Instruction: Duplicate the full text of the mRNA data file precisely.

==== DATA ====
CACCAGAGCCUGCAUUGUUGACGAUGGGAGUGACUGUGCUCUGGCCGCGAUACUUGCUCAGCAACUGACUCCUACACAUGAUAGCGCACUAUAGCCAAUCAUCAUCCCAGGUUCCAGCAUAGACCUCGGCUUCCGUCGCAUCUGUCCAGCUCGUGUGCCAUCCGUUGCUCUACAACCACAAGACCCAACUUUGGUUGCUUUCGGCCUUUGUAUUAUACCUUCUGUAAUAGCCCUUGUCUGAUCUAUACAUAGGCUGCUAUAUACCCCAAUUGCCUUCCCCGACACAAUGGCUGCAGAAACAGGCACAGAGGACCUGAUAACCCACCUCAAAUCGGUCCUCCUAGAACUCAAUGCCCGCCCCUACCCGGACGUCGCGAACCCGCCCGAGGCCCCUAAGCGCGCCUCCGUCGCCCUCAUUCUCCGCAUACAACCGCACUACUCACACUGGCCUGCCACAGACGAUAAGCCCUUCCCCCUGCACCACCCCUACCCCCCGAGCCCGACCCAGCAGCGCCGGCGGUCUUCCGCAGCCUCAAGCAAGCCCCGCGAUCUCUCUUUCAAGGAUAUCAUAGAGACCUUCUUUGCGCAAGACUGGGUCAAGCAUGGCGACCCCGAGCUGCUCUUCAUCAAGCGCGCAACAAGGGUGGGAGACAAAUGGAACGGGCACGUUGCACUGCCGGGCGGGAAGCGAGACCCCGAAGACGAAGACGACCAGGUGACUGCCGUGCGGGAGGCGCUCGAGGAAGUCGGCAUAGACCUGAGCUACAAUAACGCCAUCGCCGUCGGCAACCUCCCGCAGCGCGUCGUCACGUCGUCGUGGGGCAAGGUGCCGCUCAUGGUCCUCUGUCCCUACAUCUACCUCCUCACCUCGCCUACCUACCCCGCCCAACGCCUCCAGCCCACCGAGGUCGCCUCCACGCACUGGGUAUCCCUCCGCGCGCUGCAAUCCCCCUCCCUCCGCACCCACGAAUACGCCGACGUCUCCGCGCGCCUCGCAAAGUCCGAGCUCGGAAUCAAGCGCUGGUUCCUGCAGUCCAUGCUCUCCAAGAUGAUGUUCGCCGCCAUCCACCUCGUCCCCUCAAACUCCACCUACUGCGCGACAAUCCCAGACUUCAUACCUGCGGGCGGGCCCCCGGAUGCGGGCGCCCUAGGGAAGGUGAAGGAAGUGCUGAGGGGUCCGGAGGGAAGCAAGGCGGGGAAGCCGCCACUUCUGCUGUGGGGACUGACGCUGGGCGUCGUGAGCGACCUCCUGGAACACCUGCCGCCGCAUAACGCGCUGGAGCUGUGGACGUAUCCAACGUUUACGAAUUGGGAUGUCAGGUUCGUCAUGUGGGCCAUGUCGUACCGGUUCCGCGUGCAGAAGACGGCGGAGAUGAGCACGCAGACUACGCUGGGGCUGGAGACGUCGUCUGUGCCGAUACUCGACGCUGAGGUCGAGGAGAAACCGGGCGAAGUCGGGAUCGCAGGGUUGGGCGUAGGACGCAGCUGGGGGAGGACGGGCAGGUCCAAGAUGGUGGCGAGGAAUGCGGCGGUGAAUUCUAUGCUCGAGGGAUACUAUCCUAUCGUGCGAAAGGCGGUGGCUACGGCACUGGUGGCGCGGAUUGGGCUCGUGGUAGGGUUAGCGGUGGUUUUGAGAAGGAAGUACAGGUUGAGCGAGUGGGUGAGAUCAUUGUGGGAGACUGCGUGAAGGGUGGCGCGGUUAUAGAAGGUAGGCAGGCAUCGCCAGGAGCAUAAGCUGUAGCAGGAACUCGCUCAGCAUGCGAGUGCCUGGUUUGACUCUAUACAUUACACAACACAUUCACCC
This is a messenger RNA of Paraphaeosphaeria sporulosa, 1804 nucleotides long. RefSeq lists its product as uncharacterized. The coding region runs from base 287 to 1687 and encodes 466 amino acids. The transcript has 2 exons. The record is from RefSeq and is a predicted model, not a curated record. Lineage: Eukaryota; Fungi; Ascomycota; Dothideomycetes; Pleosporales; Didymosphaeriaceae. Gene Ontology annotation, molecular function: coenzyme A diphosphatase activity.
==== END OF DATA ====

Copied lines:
CACCAGAGCCUGCAUUGUUGACGAUGGGAGUGACUGUGCUCUGGCCGCGAUACUUGCUCAGCAACUGACUCCUACACAUGAUAGCGCACUAUAGCCAAUCAUCAUCCCAGGUUCCAGCAUAGACCUCGGCUUCCGUCGCAUCUGUCCAGCUCGUGUGCCAUCCGUUGCUCUACAACCACAAGACCCAACUUUGGUUGCUUUCGGCCUUUGUAUUAUACCUUCUGUAAUAGCCCUUGUCUGAUCUAUACAUAGGCUGCUAUAUACCCCAAUUGCCUUCCCCGACACAAUGGCUGCAGAAACAGGCACAGAGGACCUGAUAACCCACCUCAAAUCGGUCCUCCUAGAACUCAAUGCCCGCCCCUACCCGGACGUCGCGAACCCGCCCGAGGCCCCUAAGCGCGCCUCCGUCGCCCUCAUUCUCCGCAUACAACCGCACUACUCACACUGGCCUGCCACAGACGAUAAGCCCUUCCCCCUGCACCACCCCUACCCCCCGAGCCCGACCCAGCAGCGCCGGCGGUCUUCCGCAGCCUCAAGCAAGCCCCGCGAUCUCUCUUUCAAGGAUAUCAUAGAGACCUUCUUUGCGCAAGACUGGGUCAAGCAUGGCGACCCCGAGCUGCUCUUCAUCAAGCGCGCAACAAGGGUGGGAGACAAAUGGAACGGGCACGUUGCACUGCCGGGCGGGAAGCGAGACCCCGAAGACGAAGACGACCAGGUGACUGCCGUGCGGGAGGCGCUCGAGGAAGUCGGCAUAGACCUGAGCUACAAUAACGCCAUCGCCGUCGGCAACCUCCCGCAGCGCGUCGUCACGUCGUCGUGGGGCAAGGUGCCGCUCAUGGUCCUCUGUCCCUACAUCUACCUCCUCACCUCGCCUACCUACCCCGCCCAACGCCUCCAGCCCACCGAGGUCGCCUCCACGCACUGGGUAUCCCUCCGCGCGCUGCAAUCCCCCUCCCUCCGCACCCACGAAUACGCCGACGUCUCCGCGCGCCUCGCAAAGUCCGAGCUCGGAAUCAAGCGCUGGUUCCUGCAGUCCAUGCUCUCCAAGAUGAUGUUCGCCGCCAUCCACCUCGUCCCCUCAAACUCCACCUACUGCGCGACAAUCCCAGACUUCAUACCUGCGGGCGGGCCCCCGGAUGCGGGCGCCCUAGGGAAGGUGAAGGAAGUGCUGAGGGGUCCGGAGGGAAGCAAGGCGGGGAAGCCGCCACUUCUGCUGUGGGGACUGACGCUGGGCGUCGUGAGCGACCUCCUGGAACACCUGCCGCCGCAUAACGCGCUGGAGCUGUGGACGUAUCCAACGUUUACGAAUUGGGAUGUCAGGUUCGUCAUGUGGGCCAUGUCGUACCGGUUCCGCGUGCAGAAGACGGCGGAGAUGAGCACGCAGACUACGCUGGGGCUGGAGACGUCGUCUGUGCCGAUACUCGACGCUGAGGUCGAGGAGAAACCGGGCGAAGUCGGGAUCGCAGGGUUGGGCGUAGGACGCAGCUGGGGGAGGACGGGCAGGUCCAAGAUGGUGGCGAGGAAUGCGGCGGUGAAUUCUAUGCUCGAGGGAUACUAUCCUAUCGUGCGAAAGGCGGUGGCUACGGCACUGGUGGCGCGGAUUGGGCUCGUGGUAGGGUUAGCGGUGGUUUUGAGAAGGAAGUACAGGUUGAGCGAGUGGGUGAGAUCAUUGUGGGAGACUGCGUGAAGGGUGGCGCGGUUAUAGAAGGUAGGCAGGCAUCGCCAGGAGCAUAAGCUGUAGCAGGAACUCGCUCAGCAUGCGAGUGCCUGGUUUGACUCUAUACAUUACACAACACAUUCACCC
This is a messenger RNA of Paraphaeosphaeria sporulosa, 1804 nucleotides long. RefSeq lists its product as uncharacterized. The coding region runs from base 287 to 1687 and encodes 466 amino acids. The transcript has 2 exons. The record is from RefSeq and is a predicted model, not a curated record. Lineage: Eukaryota; Fungi; Ascomycota; Dothideomycetes; Pleosporales; Didymosphaeriaceae. Gene Ontology annotation, molecular function: coenzyme A diphosphatase activity.